In the New Visions Journalism and Media studies weve had our share of odd videos this year, we turned Mitt Romney into Batman, did our take on the zombie apocalypse, spoofed the news in February, and now weve parodied Dr. Phil. Starring yours truly as Dr. Fil with an F(mostly due to my baldness). I bring three guests onto the show to help them solve their everyday problems, but cant hide my own issues while trying to help them.
Alex plays a wallflower named June looking for advice on how to get a boy to notice her, Chris plays a single father trying to connect with his daughter, and Jenna plays a homebody whos afraid of owning too many cats.
Although stories of students raising their scores by hundreds of points after taking SAT coaching classes abound, these anecdotes appear to be the exception and not the rule. On average, gains made from direct SAT instruction are rather small. According to a 2010, peer-reviewed study by Buchmann, Condron, and Roscigno, formal SAT coaching programs result in only 30-point boosts on the SATs. Specifically, coaching, on average, leads to a 20-point increase on the section and a 10-point increase on the Critical Reading section. Considering that the total possible combined score on the SATs is 2,400, a 30-point increase should not ostensibly increase admissions prospects; however, for some students, it may.
In a study administered by the National Association for College Admissions Counseling (NACAC), a third of participating, highly selective universities stated that small score increments on the SATs could improve admission prospects for high achieving students. These universities claimed that a 20-point increase on the Math section could boost admissions prospects for students with scores of at least 700 on the same section.
HARTFORD, Conn. (AP) — The Connecticut Board of Regents has tapped California schools official Gregory W. Gray as the system’s new president.
Board members on Thursday formally approved Gray’s recommendation and his contract, which includes an annual salary of $380,000 and use of a state vehicle.
Gray is chancellor of the Riverside Community College District in California, a system with three community colleges and more than 2,000 employees. His new job begins July 1.
In his new role, he will oversee the state’s new Board of Regents, which governs 12 community colleges, four state universities and the state’s online institution. He said he hopes to “cement our institutions’ reputations as being world-class.”
Last fall, the board’s former president, Robert A. Kennedy, resigned amid an outcry over unauthorized pay increases for staff members totaling $250,000.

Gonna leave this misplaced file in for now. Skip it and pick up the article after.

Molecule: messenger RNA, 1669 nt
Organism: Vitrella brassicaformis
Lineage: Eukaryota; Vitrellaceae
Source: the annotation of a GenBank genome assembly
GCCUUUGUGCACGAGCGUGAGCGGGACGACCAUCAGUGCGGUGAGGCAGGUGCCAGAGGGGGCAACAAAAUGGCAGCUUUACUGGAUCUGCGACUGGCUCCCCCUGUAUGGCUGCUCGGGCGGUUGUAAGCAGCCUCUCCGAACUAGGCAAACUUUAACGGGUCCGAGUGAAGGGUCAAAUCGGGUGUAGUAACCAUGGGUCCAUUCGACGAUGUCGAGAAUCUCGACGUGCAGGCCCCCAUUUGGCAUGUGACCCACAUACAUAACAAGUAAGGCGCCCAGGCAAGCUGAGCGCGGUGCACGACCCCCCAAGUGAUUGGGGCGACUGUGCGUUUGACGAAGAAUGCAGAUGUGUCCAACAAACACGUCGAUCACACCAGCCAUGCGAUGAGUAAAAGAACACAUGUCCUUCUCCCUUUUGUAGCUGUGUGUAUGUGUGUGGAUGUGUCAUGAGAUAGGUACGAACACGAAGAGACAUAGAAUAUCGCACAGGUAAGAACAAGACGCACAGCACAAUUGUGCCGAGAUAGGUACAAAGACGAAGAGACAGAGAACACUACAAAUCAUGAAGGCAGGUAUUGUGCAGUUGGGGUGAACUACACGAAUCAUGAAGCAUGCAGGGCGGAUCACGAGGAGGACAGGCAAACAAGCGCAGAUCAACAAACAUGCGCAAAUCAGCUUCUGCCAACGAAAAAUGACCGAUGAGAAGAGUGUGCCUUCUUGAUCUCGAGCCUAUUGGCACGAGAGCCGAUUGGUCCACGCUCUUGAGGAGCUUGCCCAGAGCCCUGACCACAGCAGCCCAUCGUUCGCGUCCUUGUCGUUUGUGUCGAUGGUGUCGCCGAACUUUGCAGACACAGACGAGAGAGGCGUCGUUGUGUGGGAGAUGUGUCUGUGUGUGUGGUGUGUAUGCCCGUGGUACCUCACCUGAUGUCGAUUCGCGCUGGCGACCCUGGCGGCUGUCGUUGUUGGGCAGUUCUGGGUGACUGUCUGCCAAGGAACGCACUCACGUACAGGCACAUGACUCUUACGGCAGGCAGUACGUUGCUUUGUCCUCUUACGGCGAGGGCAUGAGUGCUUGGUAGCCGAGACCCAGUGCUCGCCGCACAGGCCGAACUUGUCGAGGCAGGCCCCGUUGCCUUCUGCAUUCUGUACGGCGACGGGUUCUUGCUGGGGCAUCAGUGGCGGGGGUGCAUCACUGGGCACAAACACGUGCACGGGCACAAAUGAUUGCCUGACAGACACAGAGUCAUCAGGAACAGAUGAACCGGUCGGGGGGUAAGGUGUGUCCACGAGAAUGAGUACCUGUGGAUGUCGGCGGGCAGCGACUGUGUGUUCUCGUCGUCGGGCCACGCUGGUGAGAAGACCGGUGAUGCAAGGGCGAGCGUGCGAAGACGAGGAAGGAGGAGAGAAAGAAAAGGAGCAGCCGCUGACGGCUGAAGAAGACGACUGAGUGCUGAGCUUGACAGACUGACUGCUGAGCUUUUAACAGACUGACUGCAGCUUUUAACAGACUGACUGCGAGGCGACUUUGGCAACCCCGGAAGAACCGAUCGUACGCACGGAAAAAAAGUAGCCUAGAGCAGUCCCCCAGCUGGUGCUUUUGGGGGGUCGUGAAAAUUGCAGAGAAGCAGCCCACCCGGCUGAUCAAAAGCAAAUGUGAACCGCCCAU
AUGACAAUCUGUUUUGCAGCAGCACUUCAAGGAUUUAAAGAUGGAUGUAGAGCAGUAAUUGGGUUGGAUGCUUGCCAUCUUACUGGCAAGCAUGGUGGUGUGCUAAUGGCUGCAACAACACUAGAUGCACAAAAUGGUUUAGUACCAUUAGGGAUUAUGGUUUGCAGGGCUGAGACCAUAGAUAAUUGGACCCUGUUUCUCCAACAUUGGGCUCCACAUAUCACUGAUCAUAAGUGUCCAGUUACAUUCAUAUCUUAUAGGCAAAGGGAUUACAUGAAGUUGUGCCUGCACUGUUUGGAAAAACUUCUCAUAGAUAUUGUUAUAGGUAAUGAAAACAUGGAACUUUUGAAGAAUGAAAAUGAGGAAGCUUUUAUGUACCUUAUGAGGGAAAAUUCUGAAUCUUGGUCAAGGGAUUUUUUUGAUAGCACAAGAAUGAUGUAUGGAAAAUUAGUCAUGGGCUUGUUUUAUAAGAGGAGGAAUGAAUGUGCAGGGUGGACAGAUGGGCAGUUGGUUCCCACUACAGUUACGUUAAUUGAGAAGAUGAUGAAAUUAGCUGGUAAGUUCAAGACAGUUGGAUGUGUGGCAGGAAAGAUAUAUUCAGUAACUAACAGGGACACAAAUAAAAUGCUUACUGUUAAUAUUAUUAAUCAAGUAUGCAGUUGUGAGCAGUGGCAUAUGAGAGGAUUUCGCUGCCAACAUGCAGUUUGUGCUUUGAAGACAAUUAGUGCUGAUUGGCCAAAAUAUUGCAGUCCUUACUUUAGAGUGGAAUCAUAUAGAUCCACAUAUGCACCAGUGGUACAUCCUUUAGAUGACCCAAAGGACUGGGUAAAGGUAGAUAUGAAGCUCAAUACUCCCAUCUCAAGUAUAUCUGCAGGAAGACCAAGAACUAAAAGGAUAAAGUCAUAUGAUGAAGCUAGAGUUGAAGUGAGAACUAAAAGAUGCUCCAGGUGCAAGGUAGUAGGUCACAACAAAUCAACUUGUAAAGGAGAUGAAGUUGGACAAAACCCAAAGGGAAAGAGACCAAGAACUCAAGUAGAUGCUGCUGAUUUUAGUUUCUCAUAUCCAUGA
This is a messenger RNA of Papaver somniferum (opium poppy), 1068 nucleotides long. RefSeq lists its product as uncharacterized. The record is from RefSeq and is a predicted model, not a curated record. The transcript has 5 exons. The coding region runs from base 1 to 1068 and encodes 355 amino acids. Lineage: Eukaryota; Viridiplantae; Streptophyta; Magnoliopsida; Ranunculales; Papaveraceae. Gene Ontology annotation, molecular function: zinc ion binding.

Rhavon Cox-Bey doesn’t consider cyber-learning as home school. Rather, it’s school at home. Last year, the Davenport woman enrolled her children De-Andria, 18, Jhavon, 15, Anaiaha, 10, and niece Alesia, 17, in the newly launched Iowa Connections Academy, a tuition-free online public school for students K-12. Although the program is not for everybody, Cox-Bey said she likes the flexibility the school has to offer and has seen major improvements in her children’s academic progress and in their interest in learning. “It just gives us the freedom and also helps them stay on track with their homework and their assignments and what they’re needing help in,” she said.
The Duke University Board of Trustees on Saturday elected David M. Rubenstein as its new chair, the school announced.
Rubenstein, a 1970 graduate of Duke, is the co-founder and co-CEO of The Caryle Group, a private equity firm. He term as chairman will begin July 1. BOT members Jack O. Bovender Jr. and Susan M. Stalnecker were elected vice chairs.
Aside from the election of Rubenstein’s, the board of trustees adopted a $2.2 billion operating budget for 2013-14. It includes a 2 percent pool for merit-based raises for faculty and staff and strategic investments in select programs.
The budget includes the School of Medicine and School of Nursing but excludes the Duke Hospital and other clinical component’s of the Duke University Health System.
The budges includes a 4.6 percent increase in financial aid for undegraduate students.
The board also on Saturday approved the construction of several athletic fields on Frank Basset Drive. The fields– two turf and one natural grass– will serve as practice fields for Duke’s varsity lacrosse and soccer programs.